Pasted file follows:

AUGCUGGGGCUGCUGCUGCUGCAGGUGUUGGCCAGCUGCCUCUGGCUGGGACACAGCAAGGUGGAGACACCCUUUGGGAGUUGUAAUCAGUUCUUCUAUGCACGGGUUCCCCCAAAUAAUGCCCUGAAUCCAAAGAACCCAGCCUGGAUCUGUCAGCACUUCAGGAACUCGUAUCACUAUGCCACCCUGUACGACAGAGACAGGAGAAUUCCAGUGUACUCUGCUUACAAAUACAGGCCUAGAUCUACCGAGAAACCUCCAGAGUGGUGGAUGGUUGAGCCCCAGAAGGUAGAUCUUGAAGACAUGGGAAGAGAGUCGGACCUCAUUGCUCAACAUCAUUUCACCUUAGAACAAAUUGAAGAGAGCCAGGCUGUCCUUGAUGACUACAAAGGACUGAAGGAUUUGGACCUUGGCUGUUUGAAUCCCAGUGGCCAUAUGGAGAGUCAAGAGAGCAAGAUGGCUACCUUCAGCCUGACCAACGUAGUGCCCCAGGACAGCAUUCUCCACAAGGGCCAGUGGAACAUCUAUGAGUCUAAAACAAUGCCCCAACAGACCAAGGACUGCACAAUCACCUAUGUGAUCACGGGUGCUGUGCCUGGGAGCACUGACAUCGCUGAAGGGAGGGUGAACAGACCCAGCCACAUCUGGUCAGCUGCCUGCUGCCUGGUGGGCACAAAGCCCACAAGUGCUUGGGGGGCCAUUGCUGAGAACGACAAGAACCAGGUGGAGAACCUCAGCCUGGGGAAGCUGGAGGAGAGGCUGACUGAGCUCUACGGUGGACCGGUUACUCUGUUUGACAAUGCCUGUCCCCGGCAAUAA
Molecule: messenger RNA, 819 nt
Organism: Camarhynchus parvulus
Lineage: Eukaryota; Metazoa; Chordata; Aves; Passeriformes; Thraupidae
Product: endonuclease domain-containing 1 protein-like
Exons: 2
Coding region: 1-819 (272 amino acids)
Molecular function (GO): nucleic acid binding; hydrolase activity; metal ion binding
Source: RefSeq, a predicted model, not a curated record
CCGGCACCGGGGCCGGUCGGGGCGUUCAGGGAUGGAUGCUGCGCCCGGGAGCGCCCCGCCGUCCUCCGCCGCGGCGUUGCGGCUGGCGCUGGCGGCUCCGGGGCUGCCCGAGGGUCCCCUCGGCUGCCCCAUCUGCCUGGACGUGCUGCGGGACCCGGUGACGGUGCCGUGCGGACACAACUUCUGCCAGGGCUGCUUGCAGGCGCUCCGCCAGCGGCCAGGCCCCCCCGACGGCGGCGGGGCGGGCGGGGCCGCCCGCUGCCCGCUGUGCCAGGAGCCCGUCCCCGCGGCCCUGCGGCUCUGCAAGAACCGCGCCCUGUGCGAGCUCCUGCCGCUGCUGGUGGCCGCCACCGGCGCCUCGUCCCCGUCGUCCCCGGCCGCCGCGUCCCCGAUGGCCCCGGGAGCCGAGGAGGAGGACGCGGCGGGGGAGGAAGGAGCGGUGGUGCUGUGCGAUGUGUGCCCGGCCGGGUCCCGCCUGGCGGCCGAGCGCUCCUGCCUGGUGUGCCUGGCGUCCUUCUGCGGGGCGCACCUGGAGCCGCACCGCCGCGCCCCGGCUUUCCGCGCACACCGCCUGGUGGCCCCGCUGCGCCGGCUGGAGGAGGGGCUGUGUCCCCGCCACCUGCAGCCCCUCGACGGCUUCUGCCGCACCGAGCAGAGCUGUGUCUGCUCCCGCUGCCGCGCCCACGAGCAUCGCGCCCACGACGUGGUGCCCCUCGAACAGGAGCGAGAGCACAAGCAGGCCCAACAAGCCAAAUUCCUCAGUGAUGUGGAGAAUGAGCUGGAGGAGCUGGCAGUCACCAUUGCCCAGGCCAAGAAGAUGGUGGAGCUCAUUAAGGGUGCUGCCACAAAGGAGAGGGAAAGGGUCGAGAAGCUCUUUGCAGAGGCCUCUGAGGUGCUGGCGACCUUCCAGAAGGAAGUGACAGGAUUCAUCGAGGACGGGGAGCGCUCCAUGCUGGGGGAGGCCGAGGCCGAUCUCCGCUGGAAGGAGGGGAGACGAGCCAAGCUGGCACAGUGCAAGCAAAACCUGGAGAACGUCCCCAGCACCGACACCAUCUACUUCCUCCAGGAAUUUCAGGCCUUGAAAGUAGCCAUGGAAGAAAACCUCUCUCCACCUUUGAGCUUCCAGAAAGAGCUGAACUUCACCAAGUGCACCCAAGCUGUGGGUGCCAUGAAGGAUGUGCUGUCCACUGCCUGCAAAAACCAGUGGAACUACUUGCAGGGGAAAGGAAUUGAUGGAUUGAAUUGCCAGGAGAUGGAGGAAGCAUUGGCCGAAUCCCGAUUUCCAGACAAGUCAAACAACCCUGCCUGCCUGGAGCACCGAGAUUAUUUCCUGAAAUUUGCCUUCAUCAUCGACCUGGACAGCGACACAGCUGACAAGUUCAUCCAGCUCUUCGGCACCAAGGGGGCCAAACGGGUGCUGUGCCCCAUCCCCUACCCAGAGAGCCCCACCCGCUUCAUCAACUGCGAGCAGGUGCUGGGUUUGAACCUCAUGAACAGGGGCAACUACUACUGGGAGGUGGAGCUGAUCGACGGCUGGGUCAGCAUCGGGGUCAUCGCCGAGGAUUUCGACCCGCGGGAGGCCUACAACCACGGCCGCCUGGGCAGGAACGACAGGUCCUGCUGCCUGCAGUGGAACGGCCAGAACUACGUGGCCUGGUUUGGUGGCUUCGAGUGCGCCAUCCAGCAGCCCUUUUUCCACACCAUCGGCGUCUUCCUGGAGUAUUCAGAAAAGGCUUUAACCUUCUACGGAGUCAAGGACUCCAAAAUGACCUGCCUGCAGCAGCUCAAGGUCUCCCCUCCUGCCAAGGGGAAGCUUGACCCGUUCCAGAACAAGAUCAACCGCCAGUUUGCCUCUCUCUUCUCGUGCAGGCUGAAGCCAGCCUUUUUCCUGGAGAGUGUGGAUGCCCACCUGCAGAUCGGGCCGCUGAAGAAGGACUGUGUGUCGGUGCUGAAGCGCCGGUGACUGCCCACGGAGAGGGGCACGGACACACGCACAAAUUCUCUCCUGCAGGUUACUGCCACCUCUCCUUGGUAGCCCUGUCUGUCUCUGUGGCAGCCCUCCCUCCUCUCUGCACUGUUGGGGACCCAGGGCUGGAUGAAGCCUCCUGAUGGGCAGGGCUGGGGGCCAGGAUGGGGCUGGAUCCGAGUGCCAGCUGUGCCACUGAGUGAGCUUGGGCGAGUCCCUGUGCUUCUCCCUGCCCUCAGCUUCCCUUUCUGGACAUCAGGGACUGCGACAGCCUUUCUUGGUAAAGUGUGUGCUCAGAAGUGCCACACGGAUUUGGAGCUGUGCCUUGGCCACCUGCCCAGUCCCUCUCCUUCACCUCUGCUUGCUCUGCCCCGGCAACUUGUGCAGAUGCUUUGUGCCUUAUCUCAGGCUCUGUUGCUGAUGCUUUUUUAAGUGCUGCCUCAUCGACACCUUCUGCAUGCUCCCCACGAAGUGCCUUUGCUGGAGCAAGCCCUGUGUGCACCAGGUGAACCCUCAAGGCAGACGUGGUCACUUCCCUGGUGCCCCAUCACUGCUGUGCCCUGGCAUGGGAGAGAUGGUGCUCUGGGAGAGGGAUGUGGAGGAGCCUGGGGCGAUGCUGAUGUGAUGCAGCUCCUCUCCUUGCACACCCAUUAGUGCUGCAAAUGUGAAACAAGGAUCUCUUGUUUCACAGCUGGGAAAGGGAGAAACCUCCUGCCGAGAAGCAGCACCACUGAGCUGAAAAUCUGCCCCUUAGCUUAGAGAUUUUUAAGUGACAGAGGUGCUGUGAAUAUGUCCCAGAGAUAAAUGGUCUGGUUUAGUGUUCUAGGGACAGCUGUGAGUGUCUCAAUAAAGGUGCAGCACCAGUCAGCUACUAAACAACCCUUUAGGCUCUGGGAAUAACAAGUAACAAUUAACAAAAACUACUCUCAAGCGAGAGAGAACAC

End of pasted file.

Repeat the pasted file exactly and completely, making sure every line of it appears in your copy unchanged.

AUGCUGGGGCUGCUGCUGCUGCAGGUGUUGGCCAGCUGCCUCUGGCUGGGACACAGCAAGGUGGAGACACCCUUUGGGAGUUGUAAUCAGUUCUUCUAUGCACGGGUUCCCCCAAAUAAUGCCCUGAAUCCAAAGAACCCAGCCUGGAUCUGUCAGCACUUCAGGAACUCGUAUCACUAUGCCACCCUGUACGACAGAGACAGGAGAAUUCCAGUGUACUCUGCUUACAAAUACAGGCCUAGAUCUACCGAGAAACCUCCAGAGUGGUGGAUGGUUGAGCCCCAGAAGGUAGAUCUUGAAGACAUGGGAAGAGAGUCGGACCUCAUUGCUCAACAUCAUUUCACCUUAGAACAAAUUGAAGAGAGCCAGGCUGUCCUUGAUGACUACAAAGGACUGAAGGAUUUGGACCUUGGCUGUUUGAAUCCCAGUGGCCAUAUGGAGAGUCAAGAGAGCAAGAUGGCUACCUUCAGCCUGACCAACGUAGUGCCCCAGGACAGCAUUCUCCACAAGGGCCAGUGGAACAUCUAUGAGUCUAAAACAAUGCCCCAACAGACCAAGGACUGCACAAUCACCUAUGUGAUCACGGGUGCUGUGCCUGGGAGCACUGACAUCGCUGAAGGGAGGGUGAACAGACCCAGCCACAUCUGGUCAGCUGCCUGCUGCCUGGUGGGCACAAAGCCCACAAGUGCUUGGGGGGCCAUUGCUGAGAACGACAAGAACCAGGUGGAGAACCUCAGCCUGGGGAAGCUGGAGGAGAGGCUGACUGAGCUCUACGGUGGACCGGUUACUCUGUUUGACAAUGCCUGUCCCCGGCAAUAA
Molecule: messenger RNA, 819 nt
Organism: Camarhynchus parvulus
Lineage: Eukaryota; Metazoa; Chordata; Aves; Passeriformes; Thraupidae
Product: endonuclease domain-containing 1 protein-like
Exons: 2
Coding region: 1-819 (272 amino acids)
Molecular function (GO): nucleic acid binding; hydrolase activity; metal ion binding
Source: RefSeq, a predicted model, not a curated record
CCGGCACCGGGGCCGGUCGGGGCGUUCAGGGAUGGAUGCUGCGCCCGGGAGCGCCCCGCCGUCCUCCGCCGCGGCGUUGCGGCUGGCGCUGGCGGCUCCGGGGCUGCCCGAGGGUCCCCUCGGCUGCCCCAUCUGCCUGGACGUGCUGCGGGACCCGGUGACGGUGCCGUGCGGACACAACUUCUGCCAGGGCUGCUUGCAGGCGCUCCGCCAGCGGCCAGGCCCCCCCGACGGCGGCGGGGCGGGCGGGGCCGCCCGCUGCCCGCUGUGCCAGGAGCCCGUCCCCGCGGCCCUGCGGCUCUGCAAGAACCGCGCCCUGUGCGAGCUCCUGCCGCUGCUGGUGGCCGCCACCGGCGCCUCGUCCCCGUCGUCCCCGGCCGCCGCGUCCCCGAUGGCCCCGGGAGCCGAGGAGGAGGACGCGGCGGGGGAGGAAGGAGCGGUGGUGCUGUGCGAUGUGUGCCCGGCCGGGUCCCGCCUGGCGGCCGAGCGCUCCUGCCUGGUGUGCCUGGCGUCCUUCUGCGGGGCGCACCUGGAGCCGCACCGCCGCGCCCCGGCUUUCCGCGCACACCGCCUGGUGGCCCCGCUGCGCCGGCUGGAGGAGGGGCUGUGUCCCCGCCACCUGCAGCCCCUCGACGGCUUCUGCCGCACCGAGCAGAGCUGUGUCUGCUCCCGCUGCCGCGCCCACGAGCAUCGCGCCCACGACGUGGUGCCCCUCGAACAGGAGCGAGAGCACAAGCAGGCCCAACAAGCCAAAUUCCUCAGUGAUGUGGAGAAUGAGCUGGAGGAGCUGGCAGUCACCAUUGCCCAGGCCAAGAAGAUGGUGGAGCUCAUUAAGGGUGCUGCCACAAAGGAGAGGGAAAGGGUCGAGAAGCUCUUUGCAGAGGCCUCUGAGGUGCUGGCGACCUUCCAGAAGGAAGUGACAGGAUUCAUCGAGGACGGGGAGCGCUCCAUGCUGGGGGAGGCCGAGGCCGAUCUCCGCUGGAAGGAGGGGAGACGAGCCAAGCUGGCACAGUGCAAGCAAAACCUGGAGAACGUCCCCAGCACCGACACCAUCUACUUCCUCCAGGAAUUUCAGGCCUUGAAAGUAGCCAUGGAAGAAAACCUCUCUCCACCUUUGAGCUUCCAGAAAGAGCUGAACUUCACCAAGUGCACCCAAGCUGUGGGUGCCAUGAAGGAUGUGCUGUCCACUGCCUGCAAAAACCAGUGGAACUACUUGCAGGGGAAAGGAAUUGAUGGAUUGAAUUGCCAGGAGAUGGAGGAAGCAUUGGCCGAAUCCCGAUUUCCAGACAAGUCAAACAACCCUGCCUGCCUGGAGCACCGAGAUUAUUUCCUGAAAUUUGCCUUCAUCAUCGACCUGGACAGCGACACAGCUGACAAGUUCAUCCAGCUCUUCGGCACCAAGGGGGCCAAACGGGUGCUGUGCCCCAUCCCCUACCCAGAGAGCCCCACCCGCUUCAUCAACUGCGAGCAGGUGCUGGGUUUGAACCUCAUGAACAGGGGCAACUACUACUGGGAGGUGGAGCUGAUCGACGGCUGGGUCAGCAUCGGGGUCAUCGCCGAGGAUUUCGACCCGCGGGAGGCCUACAACCACGGCCGCCUGGGCAGGAACGACAGGUCCUGCUGCCUGCAGUGGAACGGCCAGAACUACGUGGCCUGGUUUGGUGGCUUCGAGUGCGCCAUCCAGCAGCCCUUUUUCCACACCAUCGGCGUCUUCCUGGAGUAUUCAGAAAAGGCUUUAACCUUCUACGGAGUCAAGGACUCCAAAAUGACCUGCCUGCAGCAGCUCAAGGUCUCCCCUCCUGCCAAGGGGAAGCUUGACCCGUUCCAGAACAAGAUCAACCGCCAGUUUGCCUCUCUCUUCUCGUGCAGGCUGAAGCCAGCCUUUUUCCUGGAGAGUGUGGAUGCCCACCUGCAGAUCGGGCCGCUGAAGAAGGACUGUGUGUCGGUGCUGAAGCGCCGGUGACUGCCCACGGAGAGGGGCACGGACACACGCACAAAUUCUCUCCUGCAGGUUACUGCCACCUCUCCUUGGUAGCCCUGUCUGUCUCUGUGGCAGCCCUCCCUCCUCUCUGCACUGUUGGGGACCCAGGGCUGGAUGAAGCCUCCUGAUGGGCAGGGCUGGGGGCCAGGAUGGGGCUGGAUCCGAGUGCCAGCUGUGCCACUGAGUGAGCUUGGGCGAGUCCCUGUGCUUCUCCCUGCCCUCAGCUUCCCUUUCUGGACAUCAGGGACUGCGACAGCCUUUCUUGGUAAAGUGUGUGCUCAGAAGUGCCACACGGAUUUGGAGCUGUGCCUUGGCCACCUGCCCAGUCCCUCUCCUUCACCUCUGCUUGCUCUGCCCCGGCAACUUGUGCAGAUGCUUUGUGCCUUAUCUCAGGCUCUGUUGCUGAUGCUUUUUUAAGUGCUGCCUCAUCGACACCUUCUGCAUGCUCCCCACGAAGUGCCUUUGCUGGAGCAAGCCCUGUGUGCACCAGGUGAACCCUCAAGGCAGACGUGGUCACUUCCCUGGUGCCCCAUCACUGCUGUGCCCUGGCAUGGGAGAGAUGGUGCUCUGGGAGAGGGAUGUGGAGGAGCCUGGGGCGAUGCUGAUGUGAUGCAGCUCCUCUCCUUGCACACCCAUUAGUGCUGCAAAUGUGAAACAAGGAUCUCUUGUUUCACAGCUGGGAAAGGGAGAAACCUCCUGCCGAGAAGCAGCACCACUGAGCUGAAAAUCUGCCCCUUAGCUUAGAGAUUUUUAAGUGACAGAGGUGCUGUGAAUAUGUCCCAGAGAUAAAUGGUCUGGUUUAGUGUUCUAGGGACAGCUGUGAGUGUCUCAAUAAAGGUGCAGCACCAGUCAGCUACUAAACAACCCUUUAGGCUCUGGGAAUAACAAGUAACAAUUAACAAAAACUACUCUCAAGCGAGAGAGAACAC